Rice: 30 day notification requirement was too long, so … we ignored it altogether
posted at 12:01 pm on June 6, 2014 by Ed Morrissey
Of all the missteps made by the Obama administration in the swap of five high-ranking Taliban officials (including two wanted by the UN for mass murders) for Bowe Bergdahl, the two worst were ignoring the law requiring Congressional notification … and sending Susan Rice to a Sunday talk show. By that time, questions had already begun percolating about Bergdahl’s record, which is why George Stephanopoulos challenged Rice about the trade in the context of that record, and Rice inexplicably responded that Bergdahl had been “captured on the battlefield” and had served with “honor and distinction,” two claims that fell apart quickly, and made it appear that the White House had set up a false narrative in order to justify the trade. That prompted Bergdahl’s former unit members to speak out, and the White House has been on defense ever since.
CNN’s Jim Acosta caught up with Rice in Normandy earlier today, and asked her to, er, clarify her earlier remarks. Rice claimed that she meant that Bergdahl’s enlistment was honorable and distinctive, or something:
President Barack Obama’s national security adviser said Friday that her full-throated praise ofArmy Sgt. Bowe Bergdahl was appropriate given the former Taliban prisoner’s willingness to go to war for his country — despite questions about whether or not he deserted his Army colleagues.
Susan Rice, who on Sunday said Bergdahl served the United States with “honor and distinction,” told CNN in an interview that she was speaking about the fact the Idaho native enlisted and went to Afghanistan in the service of his country.
“I realize there has been lots of discussion and controversy around this,” Rice said. “But what I was referring to was the fact that this was a young man who volunteered to serve his country in uniform at a time of war. That, in and of itself, is a very honorable thing.”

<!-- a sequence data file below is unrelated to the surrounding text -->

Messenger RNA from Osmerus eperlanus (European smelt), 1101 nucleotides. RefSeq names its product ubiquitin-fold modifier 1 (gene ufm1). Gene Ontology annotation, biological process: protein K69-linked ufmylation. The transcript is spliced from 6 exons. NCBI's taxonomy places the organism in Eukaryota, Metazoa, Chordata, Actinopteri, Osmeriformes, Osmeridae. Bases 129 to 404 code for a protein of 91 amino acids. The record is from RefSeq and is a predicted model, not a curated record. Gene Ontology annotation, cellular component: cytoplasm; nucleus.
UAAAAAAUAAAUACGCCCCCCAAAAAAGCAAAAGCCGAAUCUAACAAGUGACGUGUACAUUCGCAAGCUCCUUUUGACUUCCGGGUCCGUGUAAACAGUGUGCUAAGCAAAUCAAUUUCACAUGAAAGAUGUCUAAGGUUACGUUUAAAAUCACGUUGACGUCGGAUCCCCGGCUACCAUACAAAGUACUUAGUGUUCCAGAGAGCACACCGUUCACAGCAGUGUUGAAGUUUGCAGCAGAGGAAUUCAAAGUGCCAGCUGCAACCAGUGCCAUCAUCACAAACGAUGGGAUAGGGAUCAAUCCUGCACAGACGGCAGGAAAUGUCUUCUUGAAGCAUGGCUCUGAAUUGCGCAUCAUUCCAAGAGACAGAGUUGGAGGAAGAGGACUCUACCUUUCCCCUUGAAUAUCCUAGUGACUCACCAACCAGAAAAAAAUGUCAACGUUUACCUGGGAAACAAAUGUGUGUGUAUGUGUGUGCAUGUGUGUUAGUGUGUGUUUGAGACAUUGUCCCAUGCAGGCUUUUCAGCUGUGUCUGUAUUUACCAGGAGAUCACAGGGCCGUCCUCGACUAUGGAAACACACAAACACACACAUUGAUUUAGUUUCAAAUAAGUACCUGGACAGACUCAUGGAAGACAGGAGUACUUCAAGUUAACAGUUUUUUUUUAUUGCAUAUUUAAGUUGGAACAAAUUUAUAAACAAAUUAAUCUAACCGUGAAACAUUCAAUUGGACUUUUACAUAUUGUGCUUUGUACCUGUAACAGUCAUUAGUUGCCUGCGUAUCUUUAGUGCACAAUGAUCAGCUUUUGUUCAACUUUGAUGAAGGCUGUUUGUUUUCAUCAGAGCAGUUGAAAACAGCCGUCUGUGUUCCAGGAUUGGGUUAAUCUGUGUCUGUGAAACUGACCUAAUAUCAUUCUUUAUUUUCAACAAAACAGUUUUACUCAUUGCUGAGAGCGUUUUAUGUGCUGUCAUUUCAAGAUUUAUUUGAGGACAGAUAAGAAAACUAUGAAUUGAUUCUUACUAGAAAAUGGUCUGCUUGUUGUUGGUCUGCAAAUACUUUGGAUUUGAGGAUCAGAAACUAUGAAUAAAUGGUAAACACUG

Of course it is. That’s why Stephanopoulos didn’t frame his question in that context, because no one disputes that enlistment in the armed services is honorable in and of itself. Stephanopoulos framed the question thusly:
Q: There are a lot of questions about how he originally was captured, and whether or not he’d deserted and left his post. Is that going to be investigated, and if it’s found that he did indeed leave his post, will he be disciplined, or has he already paid the price?
A: Certainly anybody who’s been held in those conditions, in captivity for five years, has paid an extraordinary price. But that is really not the point. The point is that he’s back. He is going to be safely reunited with his family. He served the United States with honor and distinction.
That is a non-sequitur walkback to a silly and careless claim, one that did a great deal of damage to the administration. One has to wonder what value Rice has as a national-security adviser when her top two contributions to the Obama administration has been to pour gasoline on a fire — and in this case, it’s all her fault.
She doesn’t get any better when trying to explain why the Obama administration never notified Congress. Despite getting two openings to confirm the latest spin that they ignored the law because of the supposed threat to Bergdahl if the deal went public, Rice instead says that the 30-day notification was too long a time frame — so they just ignored it altogether:
We had reason to be concerned about his life, but we also had reason to be concerned that the 30-day period that would normally be honored was too long, that had we waited that long we may have well missed what General Dempsey has called “the last, best opportunity” to bring him back.
Wait, what? The administration could have notified Congress of this deal any time before the deal took place, and explained that it developed too fast to make the 30-day cutoff — which, if you parse Rice’s statement closely, she isn’t actually claiming anyway. If that’s the case, then give two weeks’ notice, or one week, or whatever the timeframe is, noting the exigent circumstances. They had enough lead time to make sure the Bergdahls showed up in the Rose Garden for the big speech and photo op on Saturday, but didn’t bother formally notifying the relevant Congressional leadership until that day or later — more than 48 hours later for Dianne Feinstein and Mike Rogers, who chair the intel committees.
So it wasn’t about Bergdahl’s declining health, or Taliban death threats, or a need for instantaneous exchange (which would be an impossibility anyway). Rice’s statement confirms that they didn’t notify Congress because they just didn’t much feel like it.
Why does the White House have her doing interviews?
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